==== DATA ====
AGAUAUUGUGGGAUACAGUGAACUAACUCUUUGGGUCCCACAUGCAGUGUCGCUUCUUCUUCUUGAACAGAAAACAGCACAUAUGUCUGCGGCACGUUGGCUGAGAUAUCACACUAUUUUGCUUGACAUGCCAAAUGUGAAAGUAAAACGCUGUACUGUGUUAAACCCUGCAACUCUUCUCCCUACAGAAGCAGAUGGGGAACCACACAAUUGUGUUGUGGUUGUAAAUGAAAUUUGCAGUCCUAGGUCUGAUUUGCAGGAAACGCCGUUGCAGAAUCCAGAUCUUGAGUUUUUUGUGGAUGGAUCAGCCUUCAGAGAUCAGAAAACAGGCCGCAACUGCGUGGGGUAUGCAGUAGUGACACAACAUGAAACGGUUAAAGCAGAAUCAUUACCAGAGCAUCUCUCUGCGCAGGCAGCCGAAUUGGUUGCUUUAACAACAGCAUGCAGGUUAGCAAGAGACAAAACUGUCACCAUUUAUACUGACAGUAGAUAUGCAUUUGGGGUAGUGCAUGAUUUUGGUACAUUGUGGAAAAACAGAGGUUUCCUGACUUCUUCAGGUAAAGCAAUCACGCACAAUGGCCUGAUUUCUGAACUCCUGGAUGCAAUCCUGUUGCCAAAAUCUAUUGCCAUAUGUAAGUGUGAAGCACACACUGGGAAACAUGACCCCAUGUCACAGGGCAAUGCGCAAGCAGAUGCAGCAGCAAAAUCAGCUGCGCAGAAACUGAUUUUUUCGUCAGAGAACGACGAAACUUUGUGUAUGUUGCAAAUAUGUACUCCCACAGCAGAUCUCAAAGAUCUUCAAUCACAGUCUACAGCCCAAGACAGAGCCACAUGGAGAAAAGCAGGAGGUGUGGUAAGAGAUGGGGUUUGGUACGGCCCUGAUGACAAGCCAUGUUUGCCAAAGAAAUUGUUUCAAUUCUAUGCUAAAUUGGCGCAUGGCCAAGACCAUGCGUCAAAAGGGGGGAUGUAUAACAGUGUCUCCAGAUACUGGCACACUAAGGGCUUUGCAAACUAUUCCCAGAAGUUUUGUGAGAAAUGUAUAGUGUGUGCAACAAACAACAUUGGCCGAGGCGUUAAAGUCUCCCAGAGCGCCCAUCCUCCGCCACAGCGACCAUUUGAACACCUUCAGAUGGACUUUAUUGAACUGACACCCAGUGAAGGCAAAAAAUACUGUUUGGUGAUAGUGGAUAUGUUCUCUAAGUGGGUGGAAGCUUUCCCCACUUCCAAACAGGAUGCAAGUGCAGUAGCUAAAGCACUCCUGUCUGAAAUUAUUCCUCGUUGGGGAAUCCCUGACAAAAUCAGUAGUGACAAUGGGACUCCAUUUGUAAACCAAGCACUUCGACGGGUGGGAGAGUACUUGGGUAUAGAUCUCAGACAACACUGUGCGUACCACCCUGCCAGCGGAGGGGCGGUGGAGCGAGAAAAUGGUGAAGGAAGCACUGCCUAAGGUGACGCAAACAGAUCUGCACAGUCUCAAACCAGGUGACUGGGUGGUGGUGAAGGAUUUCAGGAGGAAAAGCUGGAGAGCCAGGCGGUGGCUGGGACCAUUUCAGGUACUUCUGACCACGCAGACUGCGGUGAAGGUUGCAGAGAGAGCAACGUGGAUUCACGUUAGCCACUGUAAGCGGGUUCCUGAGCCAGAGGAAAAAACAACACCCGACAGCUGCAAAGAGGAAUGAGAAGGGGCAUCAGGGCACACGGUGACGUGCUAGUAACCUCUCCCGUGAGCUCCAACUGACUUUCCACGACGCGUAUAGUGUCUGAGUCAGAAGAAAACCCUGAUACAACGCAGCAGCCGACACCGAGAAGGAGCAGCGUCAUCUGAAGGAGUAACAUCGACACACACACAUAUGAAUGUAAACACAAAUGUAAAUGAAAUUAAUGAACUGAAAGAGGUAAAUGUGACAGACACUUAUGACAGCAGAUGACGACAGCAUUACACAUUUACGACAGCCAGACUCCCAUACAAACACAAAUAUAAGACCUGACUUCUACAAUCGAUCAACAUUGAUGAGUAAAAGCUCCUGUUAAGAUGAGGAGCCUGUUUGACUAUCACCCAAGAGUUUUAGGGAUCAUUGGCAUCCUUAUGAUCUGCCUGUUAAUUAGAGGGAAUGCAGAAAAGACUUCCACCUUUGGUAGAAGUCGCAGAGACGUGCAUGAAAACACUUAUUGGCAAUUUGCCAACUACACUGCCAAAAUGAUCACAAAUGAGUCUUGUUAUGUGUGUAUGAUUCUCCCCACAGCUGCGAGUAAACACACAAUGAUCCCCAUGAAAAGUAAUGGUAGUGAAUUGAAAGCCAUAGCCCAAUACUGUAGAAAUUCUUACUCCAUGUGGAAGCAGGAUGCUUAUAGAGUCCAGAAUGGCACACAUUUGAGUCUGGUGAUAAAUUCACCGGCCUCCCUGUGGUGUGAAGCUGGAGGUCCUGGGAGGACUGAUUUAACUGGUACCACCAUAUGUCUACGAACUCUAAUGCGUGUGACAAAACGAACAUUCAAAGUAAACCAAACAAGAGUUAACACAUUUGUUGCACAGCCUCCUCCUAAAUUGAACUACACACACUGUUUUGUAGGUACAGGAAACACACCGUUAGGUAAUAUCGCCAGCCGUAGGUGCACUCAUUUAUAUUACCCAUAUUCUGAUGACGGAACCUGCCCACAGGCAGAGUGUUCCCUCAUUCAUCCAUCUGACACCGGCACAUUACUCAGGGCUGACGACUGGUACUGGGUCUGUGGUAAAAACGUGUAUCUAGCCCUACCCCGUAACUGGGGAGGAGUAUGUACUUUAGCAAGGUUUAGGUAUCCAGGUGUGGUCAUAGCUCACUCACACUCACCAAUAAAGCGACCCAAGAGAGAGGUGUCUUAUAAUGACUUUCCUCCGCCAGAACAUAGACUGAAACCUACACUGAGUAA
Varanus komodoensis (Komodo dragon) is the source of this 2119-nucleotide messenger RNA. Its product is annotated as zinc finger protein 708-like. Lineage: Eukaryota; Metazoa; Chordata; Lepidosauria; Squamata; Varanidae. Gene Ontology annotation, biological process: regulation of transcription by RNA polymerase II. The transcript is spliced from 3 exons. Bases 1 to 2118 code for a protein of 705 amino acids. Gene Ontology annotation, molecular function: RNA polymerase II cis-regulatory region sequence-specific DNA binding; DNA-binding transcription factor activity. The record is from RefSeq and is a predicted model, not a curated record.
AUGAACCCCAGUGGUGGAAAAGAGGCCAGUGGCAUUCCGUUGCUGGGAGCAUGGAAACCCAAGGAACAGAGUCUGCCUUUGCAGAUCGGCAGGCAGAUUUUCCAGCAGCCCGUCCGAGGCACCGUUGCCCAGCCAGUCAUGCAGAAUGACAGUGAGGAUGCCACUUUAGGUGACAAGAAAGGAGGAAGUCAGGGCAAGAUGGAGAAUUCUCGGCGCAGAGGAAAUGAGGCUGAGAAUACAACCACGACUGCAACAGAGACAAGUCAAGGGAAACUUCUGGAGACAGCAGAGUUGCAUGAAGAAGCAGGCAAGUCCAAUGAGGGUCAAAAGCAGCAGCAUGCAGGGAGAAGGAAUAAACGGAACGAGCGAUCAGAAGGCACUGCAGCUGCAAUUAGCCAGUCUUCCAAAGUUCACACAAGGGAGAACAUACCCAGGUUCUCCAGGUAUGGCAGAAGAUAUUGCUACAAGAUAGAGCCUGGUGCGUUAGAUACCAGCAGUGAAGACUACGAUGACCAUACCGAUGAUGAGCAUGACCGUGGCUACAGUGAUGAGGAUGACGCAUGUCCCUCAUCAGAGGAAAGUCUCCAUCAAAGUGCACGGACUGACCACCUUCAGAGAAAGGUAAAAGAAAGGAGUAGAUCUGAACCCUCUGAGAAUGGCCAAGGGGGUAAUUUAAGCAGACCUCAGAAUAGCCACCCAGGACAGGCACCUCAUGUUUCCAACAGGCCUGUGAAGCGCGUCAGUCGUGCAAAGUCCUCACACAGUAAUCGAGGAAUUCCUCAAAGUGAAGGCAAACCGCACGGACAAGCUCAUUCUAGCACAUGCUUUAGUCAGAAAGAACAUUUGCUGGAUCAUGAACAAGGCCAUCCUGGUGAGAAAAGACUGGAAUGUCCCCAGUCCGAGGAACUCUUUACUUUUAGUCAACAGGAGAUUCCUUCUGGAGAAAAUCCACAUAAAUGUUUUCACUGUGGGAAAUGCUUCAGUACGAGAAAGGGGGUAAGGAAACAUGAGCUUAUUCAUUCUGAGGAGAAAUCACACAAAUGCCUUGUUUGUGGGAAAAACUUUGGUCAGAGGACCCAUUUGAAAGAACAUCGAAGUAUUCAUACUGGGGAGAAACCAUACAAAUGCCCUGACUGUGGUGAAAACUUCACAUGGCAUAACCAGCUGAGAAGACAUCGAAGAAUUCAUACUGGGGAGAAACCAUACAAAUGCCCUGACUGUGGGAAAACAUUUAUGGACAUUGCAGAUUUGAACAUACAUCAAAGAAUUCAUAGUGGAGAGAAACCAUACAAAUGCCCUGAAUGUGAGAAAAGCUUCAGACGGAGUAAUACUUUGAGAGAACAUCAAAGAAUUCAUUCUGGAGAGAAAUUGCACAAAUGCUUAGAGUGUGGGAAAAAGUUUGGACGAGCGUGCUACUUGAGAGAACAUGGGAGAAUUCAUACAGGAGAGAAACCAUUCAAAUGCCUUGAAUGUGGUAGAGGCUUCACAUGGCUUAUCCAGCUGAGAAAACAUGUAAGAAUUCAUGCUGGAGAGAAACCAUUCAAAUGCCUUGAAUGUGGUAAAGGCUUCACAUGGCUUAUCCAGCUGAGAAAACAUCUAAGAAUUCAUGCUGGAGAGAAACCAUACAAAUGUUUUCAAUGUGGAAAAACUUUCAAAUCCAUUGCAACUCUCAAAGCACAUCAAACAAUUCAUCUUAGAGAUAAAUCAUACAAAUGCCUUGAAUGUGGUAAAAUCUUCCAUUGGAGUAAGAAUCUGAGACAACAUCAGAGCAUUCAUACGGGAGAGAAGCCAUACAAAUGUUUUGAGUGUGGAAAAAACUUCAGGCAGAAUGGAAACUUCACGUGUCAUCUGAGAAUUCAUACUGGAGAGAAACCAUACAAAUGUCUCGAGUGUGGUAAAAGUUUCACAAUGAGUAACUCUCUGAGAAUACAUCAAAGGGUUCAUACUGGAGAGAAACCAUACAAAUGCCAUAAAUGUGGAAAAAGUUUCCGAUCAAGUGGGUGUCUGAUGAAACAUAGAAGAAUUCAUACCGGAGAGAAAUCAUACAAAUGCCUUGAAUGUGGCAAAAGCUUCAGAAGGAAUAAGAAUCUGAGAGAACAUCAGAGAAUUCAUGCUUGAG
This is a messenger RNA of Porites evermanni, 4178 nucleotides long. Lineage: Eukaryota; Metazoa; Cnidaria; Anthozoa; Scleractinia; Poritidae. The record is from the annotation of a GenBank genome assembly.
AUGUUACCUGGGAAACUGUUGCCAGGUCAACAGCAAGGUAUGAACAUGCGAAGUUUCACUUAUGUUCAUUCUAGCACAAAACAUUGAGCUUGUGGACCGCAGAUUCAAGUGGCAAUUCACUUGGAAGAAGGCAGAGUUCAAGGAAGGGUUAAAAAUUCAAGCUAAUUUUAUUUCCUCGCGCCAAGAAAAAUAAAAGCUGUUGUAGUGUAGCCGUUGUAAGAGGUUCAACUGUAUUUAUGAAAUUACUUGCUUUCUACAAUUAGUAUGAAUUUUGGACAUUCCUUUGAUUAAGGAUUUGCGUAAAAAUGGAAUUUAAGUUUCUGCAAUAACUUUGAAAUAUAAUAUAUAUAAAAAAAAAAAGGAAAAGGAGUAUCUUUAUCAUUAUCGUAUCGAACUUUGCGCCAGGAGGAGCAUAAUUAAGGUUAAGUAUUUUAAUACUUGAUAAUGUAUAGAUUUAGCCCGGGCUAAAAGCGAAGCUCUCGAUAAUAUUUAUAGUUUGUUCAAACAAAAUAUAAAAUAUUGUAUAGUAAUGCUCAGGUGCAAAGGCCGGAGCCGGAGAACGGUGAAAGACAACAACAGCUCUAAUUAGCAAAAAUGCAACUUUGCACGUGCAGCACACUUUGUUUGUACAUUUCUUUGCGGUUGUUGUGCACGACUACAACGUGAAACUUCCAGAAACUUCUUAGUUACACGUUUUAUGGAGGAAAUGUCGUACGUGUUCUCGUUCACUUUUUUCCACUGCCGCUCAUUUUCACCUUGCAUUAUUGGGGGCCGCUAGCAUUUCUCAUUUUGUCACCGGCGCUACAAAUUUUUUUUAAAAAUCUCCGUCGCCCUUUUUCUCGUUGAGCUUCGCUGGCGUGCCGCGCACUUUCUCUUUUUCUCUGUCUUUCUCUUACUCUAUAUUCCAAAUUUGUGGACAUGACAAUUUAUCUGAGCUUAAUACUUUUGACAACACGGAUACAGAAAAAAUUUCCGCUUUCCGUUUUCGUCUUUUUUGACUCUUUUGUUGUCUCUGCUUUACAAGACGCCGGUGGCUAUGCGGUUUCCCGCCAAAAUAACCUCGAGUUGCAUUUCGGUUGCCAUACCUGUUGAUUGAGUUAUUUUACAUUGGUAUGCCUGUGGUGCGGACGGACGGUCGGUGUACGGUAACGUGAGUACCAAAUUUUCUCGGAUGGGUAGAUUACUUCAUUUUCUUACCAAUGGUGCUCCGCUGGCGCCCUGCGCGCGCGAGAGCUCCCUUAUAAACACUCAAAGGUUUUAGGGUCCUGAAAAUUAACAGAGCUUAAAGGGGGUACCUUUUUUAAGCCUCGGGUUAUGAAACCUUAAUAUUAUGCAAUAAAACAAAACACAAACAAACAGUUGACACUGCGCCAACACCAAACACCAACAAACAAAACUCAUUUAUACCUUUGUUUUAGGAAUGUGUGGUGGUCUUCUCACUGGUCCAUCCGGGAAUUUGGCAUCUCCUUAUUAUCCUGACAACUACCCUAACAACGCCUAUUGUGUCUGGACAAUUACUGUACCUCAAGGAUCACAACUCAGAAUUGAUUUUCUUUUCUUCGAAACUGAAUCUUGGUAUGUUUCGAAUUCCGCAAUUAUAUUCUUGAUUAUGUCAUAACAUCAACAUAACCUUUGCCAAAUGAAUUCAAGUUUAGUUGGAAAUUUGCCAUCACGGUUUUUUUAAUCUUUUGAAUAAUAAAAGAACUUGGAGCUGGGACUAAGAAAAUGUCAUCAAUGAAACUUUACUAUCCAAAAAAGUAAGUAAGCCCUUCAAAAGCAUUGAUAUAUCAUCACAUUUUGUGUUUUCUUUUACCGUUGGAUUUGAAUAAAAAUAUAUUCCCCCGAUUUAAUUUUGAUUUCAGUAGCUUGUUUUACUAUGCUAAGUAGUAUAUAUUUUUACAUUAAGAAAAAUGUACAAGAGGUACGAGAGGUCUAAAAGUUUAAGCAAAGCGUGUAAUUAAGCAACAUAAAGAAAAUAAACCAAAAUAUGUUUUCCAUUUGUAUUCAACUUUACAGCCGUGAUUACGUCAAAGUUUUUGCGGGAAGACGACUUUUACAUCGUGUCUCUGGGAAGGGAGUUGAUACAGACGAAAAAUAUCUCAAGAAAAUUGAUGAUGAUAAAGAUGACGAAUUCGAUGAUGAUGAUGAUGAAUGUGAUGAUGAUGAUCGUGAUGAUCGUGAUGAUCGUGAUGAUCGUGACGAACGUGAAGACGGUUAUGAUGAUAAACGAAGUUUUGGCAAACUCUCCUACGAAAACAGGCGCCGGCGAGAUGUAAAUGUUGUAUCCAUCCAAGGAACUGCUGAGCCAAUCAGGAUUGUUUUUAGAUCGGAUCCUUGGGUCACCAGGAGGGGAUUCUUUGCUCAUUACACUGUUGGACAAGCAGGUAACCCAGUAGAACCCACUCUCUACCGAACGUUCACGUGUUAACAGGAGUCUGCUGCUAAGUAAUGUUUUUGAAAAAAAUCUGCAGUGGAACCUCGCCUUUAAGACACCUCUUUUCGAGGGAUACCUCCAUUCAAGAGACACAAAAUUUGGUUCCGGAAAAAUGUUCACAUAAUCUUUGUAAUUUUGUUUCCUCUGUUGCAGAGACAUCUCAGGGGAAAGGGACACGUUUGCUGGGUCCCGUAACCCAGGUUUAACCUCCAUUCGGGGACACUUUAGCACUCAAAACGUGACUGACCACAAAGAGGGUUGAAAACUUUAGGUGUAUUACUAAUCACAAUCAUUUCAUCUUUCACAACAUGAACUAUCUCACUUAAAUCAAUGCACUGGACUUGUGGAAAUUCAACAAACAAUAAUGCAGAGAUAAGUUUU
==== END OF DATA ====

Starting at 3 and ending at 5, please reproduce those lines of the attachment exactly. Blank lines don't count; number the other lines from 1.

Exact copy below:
AUGAACCCCAGUGGUGGAAAAGAGGCCAGUGGCAUUCCGUUGCUGGGAGCAUGGAAACCCAAGGAACAGAGUCUGCCUUUGCAGAUCGGCAGGCAGAUUUUCCAGCAGCCCGUCCGAGGCACCGUUGCCCAGCCAGUCAUGCAGAAUGACAGUGAGGAUGCCACUUUAGGUGACAAGAAAGGAGGAAGUCAGGGCAAGAUGGAGAAUUCUCGGCGCAGAGGAAAUGAGGCUGAGAAUACAACCACGACUGCAACAGAGACAAGUCAAGGGAAACUUCUGGAGACAGCAGAGUUGCAUGAAGAAGCAGGCAAGUCCAAUGAGGGUCAAAAGCAGCAGCAUGCAGGGAGAAGGAAUAAACGGAACGAGCGAUCAGAAGGCACUGCAGCUGCAAUUAGCCAGUCUUCCAAAGUUCACACAAGGGAGAACAUACCCAGGUUCUCCAGGUAUGGCAGAAGAUAUUGCUACAAGAUAGAGCCUGGUGCGUUAGAUACCAGCAGUGAAGACUACGAUGACCAUACCGAUGAUGAGCAUGACCGUGGCUACAGUGAUGAGGAUGACGCAUGUCCCUCAUCAGAGGAAAGUCUCCAUCAAAGUGCACGGACUGACCACCUUCAGAGAAAGGUAAAAGAAAGGAGUAGAUCUGAACCCUCUGAGAAUGGCCAAGGGGGUAAUUUAAGCAGACCUCAGAAUAGCCACCCAGGACAGGCACCUCAUGUUUCCAACAGGCCUGUGAAGCGCGUCAGUCGUGCAAAGUCCUCACACAGUAAUCGAGGAAUUCCUCAAAGUGAAGGCAAACCGCACGGACAAGCUCAUUCUAGCACAUGCUUUAGUCAGAAAGAACAUUUGCUGGAUCAUGAACAAGGCCAUCCUGGUGAGAAAAGACUGGAAUGUCCCCAGUCCGAGGAACUCUUUACUUUUAGUCAACAGGAGAUUCCUUCUGGAGAAAAUCCACAUAAAUGUUUUCACUGUGGGAAAUGCUUCAGUACGAGAAAGGGGGUAAGGAAACAUGAGCUUAUUCAUUCUGAGGAGAAAUCACACAAAUGCCUUGUUUGUGGGAAAAACUUUGGUCAGAGGACCCAUUUGAAAGAACAUCGAAGUAUUCAUACUGGGGAGAAACCAUACAAAUGCCCUGACUGUGGUGAAAACUUCACAUGGCAUAACCAGCUGAGAAGACAUCGAAGAAUUCAUACUGGGGAGAAACCAUACAAAUGCCCUGACUGUGGGAAAACAUUUAUGGACAUUGCAGAUUUGAACAUACAUCAAAGAAUUCAUAGUGGAGAGAAACCAUACAAAUGCCCUGAAUGUGAGAAAAGCUUCAGACGGAGUAAUACUUUGAGAGAACAUCAAAGAAUUCAUUCUGGAGAGAAAUUGCACAAAUGCUUAGAGUGUGGGAAAAAGUUUGGACGAGCGUGCUACUUGAGAGAACAUGGGAGAAUUCAUACAGGAGAGAAACCAUUCAAAUGCCUUGAAUGUGGUAGAGGCUUCACAUGGCUUAUCCAGCUGAGAAAACAUGUAAGAAUUCAUGCUGGAGAGAAACCAUUCAAAUGCCUUGAAUGUGGUAAAGGCUUCACAUGGCUUAUCCAGCUGAGAAAACAUCUAAGAAUUCAUGCUGGAGAGAAACCAUACAAAUGUUUUCAAUGUGGAAAAACUUUCAAAUCCAUUGCAACUCUCAAAGCACAUCAAACAAUUCAUCUUAGAGAUAAAUCAUACAAAUGCCUUGAAUGUGGUAAAAUCUUCCAUUGGAGUAAGAAUCUGAGACAACAUCAGAGCAUUCAUACGGGAGAGAAGCCAUACAAAUGUUUUGAGUGUGGAAAAAACUUCAGGCAGAAUGGAAACUUCACGUGUCAUCUGAGAAUUCAUACUGGAGAGAAACCAUACAAAUGUCUCGAGUGUGGUAAAAGUUUCACAAUGAGUAACUCUCUGAGAAUACAUCAAAGGGUUCAUACUGGAGAGAAACCAUACAAAUGCCAUAAAUGUGGAAAAAGUUUCCGAUCAAGUGGGUGUCUGAUGAAACAUAGAAGAAUUCAUACCGGAGAGAAAUCAUACAAAUGCCUUGAAUGUGGCAAAAGCUUCAGAAGGAAUAAGAAUCUGAGAGAACAUCAGAGAAUUCAUGCUUGAG
This is a messenger RNA of Porites evermanni, 4178 nucleotides long. Lineage: Eukaryota; Metazoa; Cnidaria; Anthozoa; Scleractinia; Poritidae. The record is from the annotation of a GenBank genome assembly.
AUGUUACCUGGGAAACUGUUGCCAGGUCAACAGCAAGGUAUGAACAUGCGAAGUUUCACUUAUGUUCAUUCUAGCACAAAACAUUGAGCUUGUGGACCGCAGAUUCAAGUGGCAAUUCACUUGGAAGAAGGCAGAGUUCAAGGAAGGGUUAAAAAUUCAAGCUAAUUUUAUUUCCUCGCGCCAAGAAAAAUAAAAGCUGUUGUAGUGUAGCCGUUGUAAGAGGUUCAACUGUAUUUAUGAAAUUACUUGCUUUCUACAAUUAGUAUGAAUUUUGGACAUUCCUUUGAUUAAGGAUUUGCGUAAAAAUGGAAUUUAAGUUUCUGCAAUAACUUUGAAAUAUAAUAUAUAUAAAAAAAAAAAGGAAAAGGAGUAUCUUUAUCAUUAUCGUAUCGAACUUUGCGCCAGGAGGAGCAUAAUUAAGGUUAAGUAUUUUAAUACUUGAUAAUGUAUAGAUUUAGCCCGGGCUAAAAGCGAAGCUCUCGAUAAUAUUUAUAGUUUGUUCAAACAAAAUAUAAAAUAUUGUAUAGUAAUGCUCAGGUGCAAAGGCCGGAGCCGGAGAACGGUGAAAGACAACAACAGCUCUAAUUAGCAAAAAUGCAACUUUGCACGUGCAGCACACUUUGUUUGUACAUUUCUUUGCGGUUGUUGUGCACGACUACAACGUGAAACUUCCAGAAACUUCUUAGUUACACGUUUUAUGGAGGAAAUGUCGUACGUGUUCUCGUUCACUUUUUUCCACUGCCGCUCAUUUUCACCUUGCAUUAUUGGGGGCCGCUAGCAUUUCUCAUUUUGUCACCGGCGCUACAAAUUUUUUUUAAAAAUCUCCGUCGCCCUUUUUCUCGUUGAGCUUCGCUGGCGUGCCGCGCACUUUCUCUUUUUCUCUGUCUUUCUCUUACUCUAUAUUCCAAAUUUGUGGACAUGACAAUUUAUCUGAGCUUAAUACUUUUGACAACACGGAUACAGAAAAAAUUUCCGCUUUCCGUUUUCGUCUUUUUUGACUCUUUUGUUGUCUCUGCUUUACAAGACGCCGGUGGCUAUGCGGUUUCCCGCCAAAAUAACCUCGAGUUGCAUUUCGGUUGCCAUACCUGUUGAUUGAGUUAUUUUACAUUGGUAUGCCUGUGGUGCGGACGGACGGUCGGUGUACGGUAACGUGAGUACCAAAUUUUCUCGGAUGGGUAGAUUACUUCAUUUUCUUACCAAUGGUGCUCCGCUGGCGCCCUGCGCGCGCGAGAGCUCCCUUAUAAACACUCAAAGGUUUUAGGGUCCUGAAAAUUAACAGAGCUUAAAGGGGGUACCUUUUUUAAGCCUCGGGUUAUGAAACCUUAAUAUUAUGCAAUAAAACAAAACACAAACAAACAGUUGACACUGCGCCAACACCAAACACCAACAAACAAAACUCAUUUAUACCUUUGUUUUAGGAAUGUGUGGUGGUCUUCUCACUGGUCCAUCCGGGAAUUUGGCAUCUCCUUAUUAUCCUGACAACUACCCUAACAACGCCUAUUGUGUCUGGACAAUUACUGUACCUCAAGGAUCACAACUCAGAAUUGAUUUUCUUUUCUUCGAAACUGAAUCUUGGUAUGUUUCGAAUUCCGCAAUUAUAUUCUUGAUUAUGUCAUAACAUCAACAUAACCUUUGCCAAAUGAAUUCAAGUUUAGUUGGAAAUUUGCCAUCACGGUUUUUUUAAUCUUUUGAAUAAUAAAAGAACUUGGAGCUGGGACUAAGAAAAUGUCAUCAAUGAAACUUUACUAUCCAAAAAAGUAAGUAAGCCCUUCAAAAGCAUUGAUAUAUCAUCACAUUUUGUGUUUUCUUUUACCGUUGGAUUUGAAUAAAAAUAUAUUCCCCCGAUUUAAUUUUGAUUUCAGUAGCUUGUUUUACUAUGCUAAGUAGUAUAUAUUUUUACAUUAAGAAAAAUGUACAAGAGGUACGAGAGGUCUAAAAGUUUAAGCAAAGCGUGUAAUUAAGCAACAUAAAGAAAAUAAACCAAAAUAUGUUUUCCAUUUGUAUUCAACUUUACAGCCGUGAUUACGUCAAAGUUUUUGCGGGAAGACGACUUUUACAUCGUGUCUCUGGGAAGGGAGUUGAUACAGACGAAAAAUAUCUCAAGAAAAUUGAUGAUGAUAAAGAUGACGAAUUCGAUGAUGAUGAUGAUGAAUGUGAUGAUGAUGAUCGUGAUGAUCGUGAUGAUCGUGAUGAUCGUGACGAACGUGAAGACGGUUAUGAUGAUAAACGAAGUUUUGGCAAACUCUCCUACGAAAACAGGCGCCGGCGAGAUGUAAAUGUUGUAUCCAUCCAAGGAACUGCUGAGCCAAUCAGGAUUGUUUUUAGAUCGGAUCCUUGGGUCACCAGGAGGGGAUUCUUUGCUCAUUACACUGUUGGACAAGCAGGUAACCCAGUAGAACCCACUCUCUACCGAACGUUCACGUGUUAACAGGAGUCUGCUGCUAAGUAAUGUUUUUGAAAAAAAUCUGCAGUGGAACCUCGCCUUUAAGACACCUCUUUUCGAGGGAUACCUCCAUUCAAGAGACACAAAAUUUGGUUCCGGAAAAAUGUUCACAUAAUCUUUGUAAUUUUGUUUCCUCUGUUGCAGAGACAUCUCAGGGGAAAGGGACACGUUUGCUGGGUCCCGUAACCCAGGUUUAACCUCCAUUCGGGGACACUUUAGCACUCAAAACGUGACUGACCACAAAGAGGGUUGAAAACUUUAGGUGUAUUACUAAUCACAAUCAUUUCAUCUUUCACAACAUGAACUAUCUCACUUAAAUCAAUGCACUGGACUUGUGGAAAUUCAACAAACAAUAAUGCAGAGAUAAGUUUU